This has since fluctuated dramatically, with the most current data suggesting large jumps from online travel agencies like Expedia, Trivago, etc. Travelers who book through third-party sites like that aren’t usually travelers loyal to a brand — they’re just looking for the cheapest hotel.
But just because that data indicates loyalty engagement is low doesn’t mean there’ll be fewer people at your Marriott hotel. This just shows that the people looking for travel don’t seem to care where they’re staying. What it does indicate is that the people at your Marriott are less likely to be members of the loyalty program. This is good news if you find yourself contending with other loyalists for elite status benefits (ahem, suite upgrades).
If you don’t already have a travel credit card make sure to open one ASAP, preferably one with a large welcome bonus. This will give you a nice stash of points and miles to help reduce your inevitably hefty out-of-pocket travel costs.
Head into the city
Google gives us another hint for planning cheap travel in 2021: Urban vacations. Search data shows a massive decline in big city flight searches like Los Angeles and New York, with either increases or only slight decreases in more leisure areas like beaches and mountains.
Here are some examples of hotel inquiries and their popularity. I’m not surprised by Myrtle Beach — that’s always been wildly popular — but it’s pretty amazing that Gatlinburg search interest is rising faster than San Francisco or New York City.
Here’s an example of common outdoor search inquiries next to one of the most popular airfare search terms, “New York City flights.” Searches to Yellowstone and Tahoe are rising quickly — never before in the same ballpark as New York City in terms of searches. “National park flights” has been contending with New York City for years, but it’s currently at its peak, leaving NYC far behind.
The implication is that urban destinations will likely be far less popular than years previous — in fact, people are clawing to get out of the city and try to reclaim some personal space. If you’re comfortable with inner-city travel, prepare to see some great flight and hotel deals.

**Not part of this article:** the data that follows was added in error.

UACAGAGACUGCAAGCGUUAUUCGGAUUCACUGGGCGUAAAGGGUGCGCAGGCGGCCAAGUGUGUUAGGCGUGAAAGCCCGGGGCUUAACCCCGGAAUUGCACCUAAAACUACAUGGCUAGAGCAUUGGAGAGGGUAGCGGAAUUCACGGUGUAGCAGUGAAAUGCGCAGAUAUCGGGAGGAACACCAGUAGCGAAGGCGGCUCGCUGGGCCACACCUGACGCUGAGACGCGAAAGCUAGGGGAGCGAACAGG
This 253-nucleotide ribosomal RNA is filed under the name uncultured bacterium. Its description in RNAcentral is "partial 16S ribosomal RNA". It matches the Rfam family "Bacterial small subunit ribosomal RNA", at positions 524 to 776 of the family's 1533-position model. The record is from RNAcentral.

Book far into the future
This isn’t necessarily unique to the times, but the data is interesting.
To find a good deal, many generally default to searching far into the future, as inventory is likely to be less full. However, if you’re looking for award availability, this trend is sometimes reversed. You may only find the award seats you want a few weeks (or days!) before your desired travel date. With more people looking to travel in the near-term (significantly more searches for travel dates within 14 days than pre-pandemic searches), expect it to be even harder to find last-minute award seats.
Again, award seats aren’t “saved” for those with airline miles. They’ll disappear if the flight sells enough seats. If there are, say, 15% more people paying for seats on your flight, you can bet award availability will be more sparse.
In other words, you’ll be competing with fewer people by booking travel further out. It was in April 2020 that the coronavirus was foiling plans and causing people to speculatively book their trips far in advance. Now, as travel restrictions are lifted and opportunities for entry are issued (negative PCR test, vaccination, fewer strict quarantine rules, etc.), people are searching for near-term travel opportunities. This could be a result of:
- Jumping on travel deals
- Receiving inoculations
- Eased travel restrictions and business openings
- Snapping from coronavirus cabin fever
There are certainly flash sales published by U.S. carriers — but if you can’t afford eleventh-hour spontaneity, search for travel on the opposite end of the spectrum.
Americans are champing at the bit to travel. With coronavirus restrictions disappearing and low inventories across travel brands, 2021 may well culminate to exorbitance as we’ve never seen. But Google data gives us queues as to how we can possibly avoid the price increases — namely, plan big-city travel and book far into the future. And, of course, use miles and points to insulate yourself from predatory price surges.
We’d love to hear your hypothesis on Google data in the comments. And subscribe to our newsletter for more travel tips and tricks delivered to your inbox once per day.